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Backpacker Magazine – March 2014

Hike Smarter: 4 Ways to Hike right

Learn how to stay dry in a storm, navigate without a compass, and walk right.

by: Backpacker Editors

1. Treat your feet

Get boots that fit: snug in the heel, but with enough room in the forefoot to allow for inevitable swelling on long days with a pack. Allow plenty of time to walk around in the store, feeling for pressure points and blister-causing heel slip. Most stores have an incline board; check for movement with your foot pointing both up- and downhill. 

Use lightweight, breathable shoes (when trail conditions and weather allow). They’ll reduce heat buildup, and heat accelerates blisters.

Break in heavy boots on dayhikes and around town.

Keep your socks dry (change into a new pair if needed); air your feet at rest breaks.

Treat hot spots proactively with a nonstretch sports tape like Leukotape (plain old duct tape also works).    

Cut your toenails short.

Use a lubricant like Body Glide to reduce friction in problem areas. 

Lace boots with precision comfort: Tie an overhand loop at the ankle to create a locking twist, and repeat at each eyelet (see below). Adjust tension where needed, or even skip an eyelet altogether.

Got a blister anyway? Use Glacier Gel ($10;

2. Stay dry in a storm

Start with a shell that extends below your hips, so there’s no gap between jacket and pants where rain can sneak in. Cinch the hem snugly. 

Roll up the cuffs of your baselayer so they don’t wick water up your sleeves, and cinch your jacket’s cuffs. Avoid raising your arms (giving water easier access to your cuffs) and shorten your trekking poles so your wrists are angled down.

Keep your hood snug, and wear a waterproof/breathable, billed cap (like Outdoor Research’s Revel; $27; underneath to enhance face protection in the worst weather. 

Wear gaiters with your rain pants when you’re walking through leg-soaking, wet brush. 

Don’t sweat. Even the most breathable raingear can be overwhelmed from the inside if your exertion is too great for the temps. Getting steamy? Open every pit zip and vent, shed layers, and, if needed, simply slow down. In warm, humid conditions, skip the jacket and use an umbrella (see page 65).  

Keep your stuff dry. Use a pack liner or dry bags, and don’t expose dry gear to the rain during breaks. Shadow stick Stand a 3-foot stick vertically in the ground and mark the tip of its shadow with a rock. Wait at least 15 minutes, then mark the shadow again. The connecting line roughly indicates east-west (south is on the sun side of the line).

Problem Fix
Baselayer is soaked Wring it out, then suck it up-brrrr-and wear it dry with body heat.
Hipbelt running you raw Pad sore areas with socks
Cold feet Put plastic baggies over socks, under boots
Cold hands, no gloves Use socks as mittens
Ascending a loose scree field In s group, zigzag up so sliding rocks don't hit hikers below
Bushwacking through dense bush Wear sunglasses to protect your eyes, cinch all pack straps, store items inside. Really dense? Punch through a wall of bush pack first.

3. Navigate without a compass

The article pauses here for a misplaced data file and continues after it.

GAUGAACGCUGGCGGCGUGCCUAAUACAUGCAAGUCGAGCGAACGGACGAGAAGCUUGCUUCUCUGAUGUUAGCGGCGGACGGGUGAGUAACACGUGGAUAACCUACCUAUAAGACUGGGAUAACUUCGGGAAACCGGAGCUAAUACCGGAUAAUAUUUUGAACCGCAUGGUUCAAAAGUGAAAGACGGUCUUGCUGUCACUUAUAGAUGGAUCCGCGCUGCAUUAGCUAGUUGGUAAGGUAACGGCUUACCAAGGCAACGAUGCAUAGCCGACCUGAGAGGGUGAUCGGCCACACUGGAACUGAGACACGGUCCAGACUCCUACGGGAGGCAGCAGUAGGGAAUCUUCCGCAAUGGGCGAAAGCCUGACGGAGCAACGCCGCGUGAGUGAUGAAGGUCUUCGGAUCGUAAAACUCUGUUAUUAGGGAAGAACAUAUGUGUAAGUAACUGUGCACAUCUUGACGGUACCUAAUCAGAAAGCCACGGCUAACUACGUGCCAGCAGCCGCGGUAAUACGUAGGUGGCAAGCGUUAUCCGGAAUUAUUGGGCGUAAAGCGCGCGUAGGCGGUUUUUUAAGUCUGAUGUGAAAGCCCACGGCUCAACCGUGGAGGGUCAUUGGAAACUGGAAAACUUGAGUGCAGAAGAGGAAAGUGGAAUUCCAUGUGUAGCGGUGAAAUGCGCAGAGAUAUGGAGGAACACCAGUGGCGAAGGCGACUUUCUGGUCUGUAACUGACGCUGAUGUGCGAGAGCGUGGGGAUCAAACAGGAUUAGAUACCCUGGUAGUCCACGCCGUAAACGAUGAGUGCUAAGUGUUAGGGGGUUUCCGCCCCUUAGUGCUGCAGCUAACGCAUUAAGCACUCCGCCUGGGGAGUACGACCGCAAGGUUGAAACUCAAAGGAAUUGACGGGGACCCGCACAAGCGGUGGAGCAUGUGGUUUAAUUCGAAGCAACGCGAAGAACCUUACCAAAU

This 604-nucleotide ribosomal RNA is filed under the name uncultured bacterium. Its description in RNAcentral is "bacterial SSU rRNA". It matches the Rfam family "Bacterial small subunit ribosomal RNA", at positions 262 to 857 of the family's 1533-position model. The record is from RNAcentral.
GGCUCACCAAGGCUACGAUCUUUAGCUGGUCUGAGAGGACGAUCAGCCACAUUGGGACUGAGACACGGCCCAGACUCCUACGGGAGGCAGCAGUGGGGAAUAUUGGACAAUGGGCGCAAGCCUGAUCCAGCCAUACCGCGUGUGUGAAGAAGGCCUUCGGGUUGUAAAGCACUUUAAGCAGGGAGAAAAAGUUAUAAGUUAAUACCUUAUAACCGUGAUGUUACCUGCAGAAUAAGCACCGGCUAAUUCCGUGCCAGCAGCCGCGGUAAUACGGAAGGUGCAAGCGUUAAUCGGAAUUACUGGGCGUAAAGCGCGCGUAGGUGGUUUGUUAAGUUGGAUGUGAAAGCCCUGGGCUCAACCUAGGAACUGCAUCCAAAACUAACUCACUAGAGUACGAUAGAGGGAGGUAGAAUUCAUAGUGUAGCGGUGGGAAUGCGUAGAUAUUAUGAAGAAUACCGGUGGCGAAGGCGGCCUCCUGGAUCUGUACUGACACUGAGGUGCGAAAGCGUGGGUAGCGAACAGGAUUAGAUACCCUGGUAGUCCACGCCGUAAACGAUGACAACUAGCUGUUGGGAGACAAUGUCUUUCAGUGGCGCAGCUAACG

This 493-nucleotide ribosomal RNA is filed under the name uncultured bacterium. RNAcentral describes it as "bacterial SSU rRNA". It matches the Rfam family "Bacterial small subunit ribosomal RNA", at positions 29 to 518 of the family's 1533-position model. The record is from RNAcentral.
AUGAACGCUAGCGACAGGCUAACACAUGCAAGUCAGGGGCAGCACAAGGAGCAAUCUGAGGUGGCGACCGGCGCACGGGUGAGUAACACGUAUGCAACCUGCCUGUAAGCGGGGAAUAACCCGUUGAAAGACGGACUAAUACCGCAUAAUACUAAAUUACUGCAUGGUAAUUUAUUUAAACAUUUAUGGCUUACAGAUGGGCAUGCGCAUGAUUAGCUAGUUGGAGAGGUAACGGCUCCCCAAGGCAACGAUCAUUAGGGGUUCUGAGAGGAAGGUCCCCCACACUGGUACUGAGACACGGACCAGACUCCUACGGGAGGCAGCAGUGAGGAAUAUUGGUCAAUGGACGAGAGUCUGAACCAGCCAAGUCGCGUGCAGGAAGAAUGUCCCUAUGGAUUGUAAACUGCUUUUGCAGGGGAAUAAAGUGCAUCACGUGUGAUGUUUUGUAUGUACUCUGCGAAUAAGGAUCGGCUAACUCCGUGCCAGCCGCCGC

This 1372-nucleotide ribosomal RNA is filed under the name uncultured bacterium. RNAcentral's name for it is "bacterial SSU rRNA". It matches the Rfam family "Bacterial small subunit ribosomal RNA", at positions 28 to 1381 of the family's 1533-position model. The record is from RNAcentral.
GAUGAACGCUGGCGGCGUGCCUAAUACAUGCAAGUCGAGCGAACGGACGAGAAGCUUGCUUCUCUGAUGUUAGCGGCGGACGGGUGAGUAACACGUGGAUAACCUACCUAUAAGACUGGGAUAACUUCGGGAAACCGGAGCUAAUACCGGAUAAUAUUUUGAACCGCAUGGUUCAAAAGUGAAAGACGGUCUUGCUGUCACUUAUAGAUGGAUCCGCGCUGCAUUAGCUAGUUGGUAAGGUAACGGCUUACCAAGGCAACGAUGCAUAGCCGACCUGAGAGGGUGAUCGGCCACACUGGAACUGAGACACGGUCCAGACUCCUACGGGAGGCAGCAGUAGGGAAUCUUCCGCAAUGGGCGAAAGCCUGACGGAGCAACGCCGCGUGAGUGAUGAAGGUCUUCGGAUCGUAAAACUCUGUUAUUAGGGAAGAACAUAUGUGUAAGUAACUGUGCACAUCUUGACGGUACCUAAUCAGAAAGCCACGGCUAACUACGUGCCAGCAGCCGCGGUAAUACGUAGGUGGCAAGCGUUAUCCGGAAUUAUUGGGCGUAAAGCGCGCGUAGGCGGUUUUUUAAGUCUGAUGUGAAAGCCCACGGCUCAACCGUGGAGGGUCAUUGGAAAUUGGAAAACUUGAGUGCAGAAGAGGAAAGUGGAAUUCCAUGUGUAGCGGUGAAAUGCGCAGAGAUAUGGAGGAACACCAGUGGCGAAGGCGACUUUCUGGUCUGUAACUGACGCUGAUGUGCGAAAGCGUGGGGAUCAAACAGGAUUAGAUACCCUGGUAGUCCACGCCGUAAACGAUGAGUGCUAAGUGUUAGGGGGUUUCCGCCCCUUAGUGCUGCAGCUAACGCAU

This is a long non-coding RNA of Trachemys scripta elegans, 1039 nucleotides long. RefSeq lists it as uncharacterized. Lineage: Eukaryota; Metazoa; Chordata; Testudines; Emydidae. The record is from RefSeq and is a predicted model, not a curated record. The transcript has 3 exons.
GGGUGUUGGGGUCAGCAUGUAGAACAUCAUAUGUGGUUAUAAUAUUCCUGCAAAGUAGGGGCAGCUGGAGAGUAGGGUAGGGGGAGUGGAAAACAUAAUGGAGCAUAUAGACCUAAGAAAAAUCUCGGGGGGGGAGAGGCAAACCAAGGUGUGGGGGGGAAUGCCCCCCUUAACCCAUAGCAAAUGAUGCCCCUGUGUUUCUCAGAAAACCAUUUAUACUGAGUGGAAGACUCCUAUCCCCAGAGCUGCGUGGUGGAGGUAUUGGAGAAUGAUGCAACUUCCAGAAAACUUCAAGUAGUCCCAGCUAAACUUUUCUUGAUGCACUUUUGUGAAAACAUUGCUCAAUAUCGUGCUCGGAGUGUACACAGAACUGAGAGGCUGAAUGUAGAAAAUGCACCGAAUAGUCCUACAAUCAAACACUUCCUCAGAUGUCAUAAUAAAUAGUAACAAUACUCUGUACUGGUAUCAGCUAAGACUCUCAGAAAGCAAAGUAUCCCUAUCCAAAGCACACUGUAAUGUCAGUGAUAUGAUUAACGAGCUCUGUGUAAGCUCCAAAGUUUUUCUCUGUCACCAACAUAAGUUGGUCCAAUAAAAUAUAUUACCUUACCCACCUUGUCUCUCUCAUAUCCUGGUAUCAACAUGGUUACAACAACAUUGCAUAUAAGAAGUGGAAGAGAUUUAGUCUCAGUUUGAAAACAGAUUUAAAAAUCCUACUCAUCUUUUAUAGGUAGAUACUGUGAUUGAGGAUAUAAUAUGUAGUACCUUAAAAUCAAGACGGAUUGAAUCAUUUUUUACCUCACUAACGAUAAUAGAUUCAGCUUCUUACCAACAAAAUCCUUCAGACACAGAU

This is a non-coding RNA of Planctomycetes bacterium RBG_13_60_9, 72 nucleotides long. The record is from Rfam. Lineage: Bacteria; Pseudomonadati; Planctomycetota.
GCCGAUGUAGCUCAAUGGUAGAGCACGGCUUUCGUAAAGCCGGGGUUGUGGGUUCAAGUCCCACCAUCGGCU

Stars Find the Big Dipper. Extend an imaginary line through the two stars at the end of the outer cup to a medium-bright star (about five times the “distance” between the two Big Dipper stars). This is the North Star. 

In the eastern and Midwestern prairies, look for the bright yellow bloom of a compass plant. Its leaves generally align along the north-south axis.

Hold an analog watch level, with the  hour hand pointing to the sun. South is halfway between the hour hand and the 12 (
Northern Hemisphere only).   Yes, there’s a wrong way to put one foot in front of the other. Avoid these three mistakes: 

4. Walk right

Over-striding T
aking giant steps can lead to overuse injuries like strained quads and hip bursitis. Shorter steps minimize pounding and muscle exertion, making your stride more energy efficient even though you take more steps overall.

Forefoot striking This is OK for running, not walking. Pounding on the forefoot (rather than gradually rocking the foot from back to front) can cause foot and leg problems, including the very painful metatarsalgia.

Shuffling You want to push off with your toes with each new step. Omitting this final toe-off phase (by shuffling or dragging your feet) jars joints from head to toe.

Inside job: Avoid lashing heavy items to the outside of your pack. They’ll throw you off balance and stress pack seams.  

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Star Star Star Star Star
AZ Hiker
Mar 31, 2014

Navigate using your compass! When you lose sight of the trail and landmarks, stay found by using a compass and reading Felix the Sugar Glider Be Safe Hike Smart (Amazon). This book makes learning how to use a compass easy. Before you hike, be sure to calibrate your compass to the declination of the trail. Go to: A compass doesn't need satellites, a signal, or batteries and works in all types of weather, day or night, but you need to know how to use it. Look for it on Amazon, "Felix the Sugar Glider Be Safe Hike Smart". Learn how to orient yourself using a compass, a compass and a map, a map and no compass, no compass and no map. The ability to know your way and know where you are is something we all need in any survival situation, not just while hiking. Learn to stay found by using a compass and paying attention to your surroundings. Learn what to do if you get lost, how to get rescued, and survival packing (for the car and for the trail) just in case you end up unexpectedly spending the night outdoors.


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